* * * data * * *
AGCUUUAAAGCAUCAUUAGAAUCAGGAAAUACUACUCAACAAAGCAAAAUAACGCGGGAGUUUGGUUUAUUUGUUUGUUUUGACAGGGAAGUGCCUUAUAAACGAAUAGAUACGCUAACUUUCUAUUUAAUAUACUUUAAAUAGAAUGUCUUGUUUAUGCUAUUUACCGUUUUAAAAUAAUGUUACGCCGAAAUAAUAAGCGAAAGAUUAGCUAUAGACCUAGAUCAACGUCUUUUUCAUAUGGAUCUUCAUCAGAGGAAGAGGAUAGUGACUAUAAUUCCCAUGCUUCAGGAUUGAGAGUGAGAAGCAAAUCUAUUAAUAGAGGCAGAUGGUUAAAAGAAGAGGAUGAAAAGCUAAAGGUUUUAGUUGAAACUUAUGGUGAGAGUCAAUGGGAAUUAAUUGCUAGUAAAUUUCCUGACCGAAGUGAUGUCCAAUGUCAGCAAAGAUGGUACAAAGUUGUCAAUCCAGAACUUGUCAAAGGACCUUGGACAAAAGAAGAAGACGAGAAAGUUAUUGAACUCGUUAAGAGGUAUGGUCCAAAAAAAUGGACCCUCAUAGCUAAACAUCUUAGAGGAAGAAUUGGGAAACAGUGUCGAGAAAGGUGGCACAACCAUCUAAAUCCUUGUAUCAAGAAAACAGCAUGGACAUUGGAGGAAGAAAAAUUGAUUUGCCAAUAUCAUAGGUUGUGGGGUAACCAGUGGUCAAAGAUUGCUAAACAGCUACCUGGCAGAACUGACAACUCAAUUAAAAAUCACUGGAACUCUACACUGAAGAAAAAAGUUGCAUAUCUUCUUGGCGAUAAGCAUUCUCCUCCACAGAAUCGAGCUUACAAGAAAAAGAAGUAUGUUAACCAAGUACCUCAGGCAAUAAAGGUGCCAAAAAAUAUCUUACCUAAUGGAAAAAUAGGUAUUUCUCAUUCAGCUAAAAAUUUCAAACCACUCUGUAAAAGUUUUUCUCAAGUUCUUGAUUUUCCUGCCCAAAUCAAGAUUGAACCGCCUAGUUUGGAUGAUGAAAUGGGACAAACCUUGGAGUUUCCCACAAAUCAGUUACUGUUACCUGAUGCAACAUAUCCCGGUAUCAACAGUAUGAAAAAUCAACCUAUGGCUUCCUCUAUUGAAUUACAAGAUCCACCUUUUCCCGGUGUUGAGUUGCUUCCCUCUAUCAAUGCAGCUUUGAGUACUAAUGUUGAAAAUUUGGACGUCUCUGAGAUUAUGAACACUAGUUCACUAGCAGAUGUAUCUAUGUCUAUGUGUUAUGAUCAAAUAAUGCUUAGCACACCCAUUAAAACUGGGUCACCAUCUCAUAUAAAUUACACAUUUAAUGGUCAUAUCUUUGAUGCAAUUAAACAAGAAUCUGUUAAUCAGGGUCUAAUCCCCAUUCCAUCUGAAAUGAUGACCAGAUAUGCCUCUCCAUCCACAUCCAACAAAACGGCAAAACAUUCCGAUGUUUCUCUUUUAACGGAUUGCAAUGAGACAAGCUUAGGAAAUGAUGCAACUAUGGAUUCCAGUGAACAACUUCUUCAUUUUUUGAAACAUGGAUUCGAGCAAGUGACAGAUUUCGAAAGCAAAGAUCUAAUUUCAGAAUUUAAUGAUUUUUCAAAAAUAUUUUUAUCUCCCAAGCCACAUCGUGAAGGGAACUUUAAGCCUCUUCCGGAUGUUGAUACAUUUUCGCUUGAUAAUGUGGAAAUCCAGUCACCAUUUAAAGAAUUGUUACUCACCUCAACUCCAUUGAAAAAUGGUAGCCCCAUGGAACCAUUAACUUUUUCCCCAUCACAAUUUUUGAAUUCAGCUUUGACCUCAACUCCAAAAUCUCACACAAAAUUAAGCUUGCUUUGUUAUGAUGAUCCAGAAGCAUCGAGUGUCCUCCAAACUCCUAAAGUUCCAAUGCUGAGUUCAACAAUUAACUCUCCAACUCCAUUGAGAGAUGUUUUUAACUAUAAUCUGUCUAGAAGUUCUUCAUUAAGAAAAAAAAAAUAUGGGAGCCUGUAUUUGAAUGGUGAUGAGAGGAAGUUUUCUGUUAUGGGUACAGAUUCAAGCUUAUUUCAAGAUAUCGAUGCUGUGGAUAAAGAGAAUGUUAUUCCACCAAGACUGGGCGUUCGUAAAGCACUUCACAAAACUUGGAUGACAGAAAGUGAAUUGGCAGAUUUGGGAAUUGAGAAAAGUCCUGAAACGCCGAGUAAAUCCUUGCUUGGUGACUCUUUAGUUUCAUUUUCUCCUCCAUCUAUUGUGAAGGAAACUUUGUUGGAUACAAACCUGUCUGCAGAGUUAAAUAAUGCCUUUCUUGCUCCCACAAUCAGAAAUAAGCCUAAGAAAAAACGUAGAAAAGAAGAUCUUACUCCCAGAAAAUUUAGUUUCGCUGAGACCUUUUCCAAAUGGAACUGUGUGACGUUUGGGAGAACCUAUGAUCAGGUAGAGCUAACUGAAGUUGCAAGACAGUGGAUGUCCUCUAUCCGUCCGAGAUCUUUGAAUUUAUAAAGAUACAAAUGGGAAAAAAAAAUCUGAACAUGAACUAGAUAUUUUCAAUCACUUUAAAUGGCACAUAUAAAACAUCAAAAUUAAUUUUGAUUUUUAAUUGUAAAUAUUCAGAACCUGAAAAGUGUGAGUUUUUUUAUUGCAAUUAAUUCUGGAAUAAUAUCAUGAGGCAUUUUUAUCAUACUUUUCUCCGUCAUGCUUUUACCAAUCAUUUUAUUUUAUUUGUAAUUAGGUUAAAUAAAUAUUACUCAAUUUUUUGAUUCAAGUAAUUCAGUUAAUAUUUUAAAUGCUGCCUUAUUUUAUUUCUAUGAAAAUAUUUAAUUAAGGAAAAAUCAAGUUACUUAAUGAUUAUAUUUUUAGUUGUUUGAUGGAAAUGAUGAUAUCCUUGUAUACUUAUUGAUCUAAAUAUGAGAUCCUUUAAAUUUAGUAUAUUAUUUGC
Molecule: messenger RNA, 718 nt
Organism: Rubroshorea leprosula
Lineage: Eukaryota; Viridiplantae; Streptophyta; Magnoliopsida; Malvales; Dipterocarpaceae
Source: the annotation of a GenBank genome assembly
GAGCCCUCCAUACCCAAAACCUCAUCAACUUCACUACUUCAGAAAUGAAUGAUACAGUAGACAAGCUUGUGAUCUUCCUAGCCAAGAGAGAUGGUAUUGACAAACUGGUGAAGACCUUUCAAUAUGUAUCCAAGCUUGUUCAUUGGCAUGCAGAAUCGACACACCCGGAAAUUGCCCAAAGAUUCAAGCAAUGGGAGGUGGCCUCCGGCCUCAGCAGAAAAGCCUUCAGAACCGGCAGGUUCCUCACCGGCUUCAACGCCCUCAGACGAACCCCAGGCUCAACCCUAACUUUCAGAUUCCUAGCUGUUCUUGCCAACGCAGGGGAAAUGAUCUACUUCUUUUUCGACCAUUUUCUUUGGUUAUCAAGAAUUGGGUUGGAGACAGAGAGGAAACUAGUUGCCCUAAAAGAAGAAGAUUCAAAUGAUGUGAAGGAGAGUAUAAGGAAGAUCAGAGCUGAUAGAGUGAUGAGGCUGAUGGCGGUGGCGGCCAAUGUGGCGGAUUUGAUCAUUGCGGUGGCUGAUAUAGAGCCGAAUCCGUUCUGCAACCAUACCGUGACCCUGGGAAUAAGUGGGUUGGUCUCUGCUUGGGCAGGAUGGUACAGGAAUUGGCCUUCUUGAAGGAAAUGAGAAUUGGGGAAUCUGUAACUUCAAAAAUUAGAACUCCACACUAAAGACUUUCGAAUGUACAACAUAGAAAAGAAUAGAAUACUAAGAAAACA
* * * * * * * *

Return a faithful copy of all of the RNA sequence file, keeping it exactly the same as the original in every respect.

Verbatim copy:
AGCUUUAAAGCAUCAUUAGAAUCAGGAAAUACUACUCAACAAAGCAAAAUAACGCGGGAGUUUGGUUUAUUUGUUUGUUUUGACAGGGAAGUGCCUUAUAAACGAAUAGAUACGCUAACUUUCUAUUUAAUAUACUUUAAAUAGAAUGUCUUGUUUAUGCUAUUUACCGUUUUAAAAUAAUGUUACGCCGAAAUAAUAAGCGAAAGAUUAGCUAUAGACCUAGAUCAACGUCUUUUUCAUAUGGAUCUUCAUCAGAGGAAGAGGAUAGUGACUAUAAUUCCCAUGCUUCAGGAUUGAGAGUGAGAAGCAAAUCUAUUAAUAGAGGCAGAUGGUUAAAAGAAGAGGAUGAAAAGCUAAAGGUUUUAGUUGAAACUUAUGGUGAGAGUCAAUGGGAAUUAAUUGCUAGUAAAUUUCCUGACCGAAGUGAUGUCCAAUGUCAGCAAAGAUGGUACAAAGUUGUCAAUCCAGAACUUGUCAAAGGACCUUGGACAAAAGAAGAAGACGAGAAAGUUAUUGAACUCGUUAAGAGGUAUGGUCCAAAAAAAUGGACCCUCAUAGCUAAACAUCUUAGAGGAAGAAUUGGGAAACAGUGUCGAGAAAGGUGGCACAACCAUCUAAAUCCUUGUAUCAAGAAAACAGCAUGGACAUUGGAGGAAGAAAAAUUGAUUUGCCAAUAUCAUAGGUUGUGGGGUAACCAGUGGUCAAAGAUUGCUAAACAGCUACCUGGCAGAACUGACAACUCAAUUAAAAAUCACUGGAACUCUACACUGAAGAAAAAAGUUGCAUAUCUUCUUGGCGAUAAGCAUUCUCCUCCACAGAAUCGAGCUUACAAGAAAAAGAAGUAUGUUAACCAAGUACCUCAGGCAAUAAAGGUGCCAAAAAAUAUCUUACCUAAUGGAAAAAUAGGUAUUUCUCAUUCAGCUAAAAAUUUCAAACCACUCUGUAAAAGUUUUUCUCAAGUUCUUGAUUUUCCUGCCCAAAUCAAGAUUGAACCGCCUAGUUUGGAUGAUGAAAUGGGACAAACCUUGGAGUUUCCCACAAAUCAGUUACUGUUACCUGAUGCAACAUAUCCCGGUAUCAACAGUAUGAAAAAUCAACCUAUGGCUUCCUCUAUUGAAUUACAAGAUCCACCUUUUCCCGGUGUUGAGUUGCUUCCCUCUAUCAAUGCAGCUUUGAGUACUAAUGUUGAAAAUUUGGACGUCUCUGAGAUUAUGAACACUAGUUCACUAGCAGAUGUAUCUAUGUCUAUGUGUUAUGAUCAAAUAAUGCUUAGCACACCCAUUAAAACUGGGUCACCAUCUCAUAUAAAUUACACAUUUAAUGGUCAUAUCUUUGAUGCAAUUAAACAAGAAUCUGUUAAUCAGGGUCUAAUCCCCAUUCCAUCUGAAAUGAUGACCAGAUAUGCCUCUCCAUCCACAUCCAACAAAACGGCAAAACAUUCCGAUGUUUCUCUUUUAACGGAUUGCAAUGAGACAAGCUUAGGAAAUGAUGCAACUAUGGAUUCCAGUGAACAACUUCUUCAUUUUUUGAAACAUGGAUUCGAGCAAGUGACAGAUUUCGAAAGCAAAGAUCUAAUUUCAGAAUUUAAUGAUUUUUCAAAAAUAUUUUUAUCUCCCAAGCCACAUCGUGAAGGGAACUUUAAGCCUCUUCCGGAUGUUGAUACAUUUUCGCUUGAUAAUGUGGAAAUCCAGUCACCAUUUAAAGAAUUGUUACUCACCUCAACUCCAUUGAAAAAUGGUAGCCCCAUGGAACCAUUAACUUUUUCCCCAUCACAAUUUUUGAAUUCAGCUUUGACCUCAACUCCAAAAUCUCACACAAAAUUAAGCUUGCUUUGUUAUGAUGAUCCAGAAGCAUCGAGUGUCCUCCAAACUCCUAAAGUUCCAAUGCUGAGUUCAACAAUUAACUCUCCAACUCCAUUGAGAGAUGUUUUUAACUAUAAUCUGUCUAGAAGUUCUUCAUUAAGAAAAAAAAAAUAUGGGAGCCUGUAUUUGAAUGGUGAUGAGAGGAAGUUUUCUGUUAUGGGUACAGAUUCAAGCUUAUUUCAAGAUAUCGAUGCUGUGGAUAAAGAGAAUGUUAUUCCACCAAGACUGGGCGUUCGUAAAGCACUUCACAAAACUUGGAUGACAGAAAGUGAAUUGGCAGAUUUGGGAAUUGAGAAAAGUCCUGAAACGCCGAGUAAAUCCUUGCUUGGUGACUCUUUAGUUUCAUUUUCUCCUCCAUCUAUUGUGAAGGAAACUUUGUUGGAUACAAACCUGUCUGCAGAGUUAAAUAAUGCCUUUCUUGCUCCCACAAUCAGAAAUAAGCCUAAGAAAAAACGUAGAAAAGAAGAUCUUACUCCCAGAAAAUUUAGUUUCGCUGAGACCUUUUCCAAAUGGAACUGUGUGACGUUUGGGAGAACCUAUGAUCAGGUAGAGCUAACUGAAGUUGCAAGACAGUGGAUGUCCUCUAUCCGUCCGAGAUCUUUGAAUUUAUAAAGAUACAAAUGGGAAAAAAAAAUCUGAACAUGAACUAGAUAUUUUCAAUCACUUUAAAUGGCACAUAUAAAACAUCAAAAUUAAUUUUGAUUUUUAAUUGUAAAUAUUCAGAACCUGAAAAGUGUGAGUUUUUUUAUUGCAAUUAAUUCUGGAAUAAUAUCAUGAGGCAUUUUUAUCAUACUUUUCUCCGUCAUGCUUUUACCAAUCAUUUUAUUUUAUUUGUAAUUAGGUUAAAUAAAUAUUACUCAAUUUUUUGAUUCAAGUAAUUCAGUUAAUAUUUUAAAUGCUGCCUUAUUUUAUUUCUAUGAAAAUAUUUAAUUAAGGAAAAAUCAAGUUACUUAAUGAUUAUAUUUUUAGUUGUUUGAUGGAAAUGAUGAUAUCCUUGUAUACUUAUUGAUCUAAAUAUGAGAUCCUUUAAAUUUAGUAUAUUAUUUGC
Molecule: messenger RNA, 718 nt
Organism: Rubroshorea leprosula
Lineage: Eukaryota; Viridiplantae; Streptophyta; Magnoliopsida; Malvales; Dipterocarpaceae
Source: the annotation of a GenBank genome assembly
GAGCCCUCCAUACCCAAAACCUCAUCAACUUCACUACUUCAGAAAUGAAUGAUACAGUAGACAAGCUUGUGAUCUUCCUAGCCAAGAGAGAUGGUAUUGACAAACUGGUGAAGACCUUUCAAUAUGUAUCCAAGCUUGUUCAUUGGCAUGCAGAAUCGACACACCCGGAAAUUGCCCAAAGAUUCAAGCAAUGGGAGGUGGCCUCCGGCCUCAGCAGAAAAGCCUUCAGAACCGGCAGGUUCCUCACCGGCUUCAACGCCCUCAGACGAACCCCAGGCUCAACCCUAACUUUCAGAUUCCUAGCUGUUCUUGCCAACGCAGGGGAAAUGAUCUACUUCUUUUUCGACCAUUUUCUUUGGUUAUCAAGAAUUGGGUUGGAGACAGAGAGGAAACUAGUUGCCCUAAAAGAAGAAGAUUCAAAUGAUGUGAAGGAGAGUAUAAGGAAGAUCAGAGCUGAUAGAGUGAUGAGGCUGAUGGCGGUGGCGGCCAAUGUGGCGGAUUUGAUCAUUGCGGUGGCUGAUAUAGAGCCGAAUCCGUUCUGCAACCAUACCGUGACCCUGGGAAUAAGUGGGUUGGUCUCUGCUUGGGCAGGAUGGUACAGGAAUUGGCCUUCUUGAAGGAAAUGAGAAUUGGGGAAUCUGUAACUUCAAAAAUUAGAACUCCACACUAAAGACUUUCGAAUGUACAACAUAGAAAAGAAUAGAAUACUAAGAAAACA